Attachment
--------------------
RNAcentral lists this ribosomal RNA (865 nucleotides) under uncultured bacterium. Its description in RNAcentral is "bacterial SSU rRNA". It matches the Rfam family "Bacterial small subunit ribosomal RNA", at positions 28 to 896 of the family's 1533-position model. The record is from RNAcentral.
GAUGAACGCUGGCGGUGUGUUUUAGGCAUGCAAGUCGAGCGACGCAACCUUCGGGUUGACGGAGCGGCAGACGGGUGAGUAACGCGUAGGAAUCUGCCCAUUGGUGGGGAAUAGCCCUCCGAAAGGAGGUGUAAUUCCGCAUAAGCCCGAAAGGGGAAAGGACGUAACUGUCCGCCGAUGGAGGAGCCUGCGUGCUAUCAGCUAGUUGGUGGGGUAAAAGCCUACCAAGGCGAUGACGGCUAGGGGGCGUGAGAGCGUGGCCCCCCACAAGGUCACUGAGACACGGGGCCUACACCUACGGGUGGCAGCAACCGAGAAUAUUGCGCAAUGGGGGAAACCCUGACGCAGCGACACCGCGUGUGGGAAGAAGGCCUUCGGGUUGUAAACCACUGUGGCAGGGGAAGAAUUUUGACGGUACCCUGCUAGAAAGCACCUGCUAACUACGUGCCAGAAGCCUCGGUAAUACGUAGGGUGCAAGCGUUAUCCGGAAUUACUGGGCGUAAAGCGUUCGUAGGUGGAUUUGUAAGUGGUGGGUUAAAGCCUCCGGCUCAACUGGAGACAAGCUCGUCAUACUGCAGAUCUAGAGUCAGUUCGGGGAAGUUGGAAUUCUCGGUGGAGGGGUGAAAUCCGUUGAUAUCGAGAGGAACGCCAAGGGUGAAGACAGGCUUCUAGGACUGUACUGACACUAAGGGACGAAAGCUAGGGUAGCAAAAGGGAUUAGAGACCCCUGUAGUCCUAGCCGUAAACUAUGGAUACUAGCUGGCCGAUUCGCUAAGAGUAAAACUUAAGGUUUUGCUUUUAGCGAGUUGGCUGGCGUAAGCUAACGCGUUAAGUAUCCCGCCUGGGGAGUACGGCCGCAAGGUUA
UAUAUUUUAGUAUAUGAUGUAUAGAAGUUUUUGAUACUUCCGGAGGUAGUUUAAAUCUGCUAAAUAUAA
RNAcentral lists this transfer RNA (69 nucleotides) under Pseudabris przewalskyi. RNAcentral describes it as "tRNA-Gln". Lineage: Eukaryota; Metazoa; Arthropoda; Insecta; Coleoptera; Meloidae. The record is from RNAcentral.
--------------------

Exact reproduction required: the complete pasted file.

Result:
RNAcentral lists this ribosomal RNA (865 nucleotides) under uncultured bacterium. Its description in RNAcentral is "bacterial SSU rRNA". It matches the Rfam family "Bacterial small subunit ribosomal RNA", at positions 28 to 896 of the family's 1533-position model. The record is from RNAcentral.
GAUGAACGCUGGCGGUGUGUUUUAGGCAUGCAAGUCGAGCGACGCAACCUUCGGGUUGACGGAGCGGCAGACGGGUGAGUAACGCGUAGGAAUCUGCCCAUUGGUGGGGAAUAGCCCUCCGAAAGGAGGUGUAAUUCCGCAUAAGCCCGAAAGGGGAAAGGACGUAACUGUCCGCCGAUGGAGGAGCCUGCGUGCUAUCAGCUAGUUGGUGGGGUAAAAGCCUACCAAGGCGAUGACGGCUAGGGGGCGUGAGAGCGUGGCCCCCCACAAGGUCACUGAGACACGGGGCCUACACCUACGGGUGGCAGCAACCGAGAAUAUUGCGCAAUGGGGGAAACCCUGACGCAGCGACACCGCGUGUGGGAAGAAGGCCUUCGGGUUGUAAACCACUGUGGCAGGGGAAGAAUUUUGACGGUACCCUGCUAGAAAGCACCUGCUAACUACGUGCCAGAAGCCUCGGUAAUACGUAGGGUGCAAGCGUUAUCCGGAAUUACUGGGCGUAAAGCGUUCGUAGGUGGAUUUGUAAGUGGUGGGUUAAAGCCUCCGGCUCAACUGGAGACAAGCUCGUCAUACUGCAGAUCUAGAGUCAGUUCGGGGAAGUUGGAAUUCUCGGUGGAGGGGUGAAAUCCGUUGAUAUCGAGAGGAACGCCAAGGGUGAAGACAGGCUUCUAGGACUGUACUGACACUAAGGGACGAAAGCUAGGGUAGCAAAAGGGAUUAGAGACCCCUGUAGUCCUAGCCGUAAACUAUGGAUACUAGCUGGCCGAUUCGCUAAGAGUAAAACUUAAGGUUUUGCUUUUAGCGAGUUGGCUGGCGUAAGCUAACGCGUUAAGUAUCCCGCCUGGGGAGUACGGCCGCAAGGUUA
UAUAUUUUAGUAUAUGAUGUAUAGAAGUUUUUGAUACUUCCGGAGGUAGUUUAAAUCUGCUAAAUAUAA
RNAcentral lists this transfer RNA (69 nucleotides) under Pseudabris przewalskyi. RNAcentral describes it as "tRNA-Gln". Lineage: Eukaryota; Metazoa; Arthropoda; Insecta; Coleoptera; Meloidae. The record is from RNAcentral.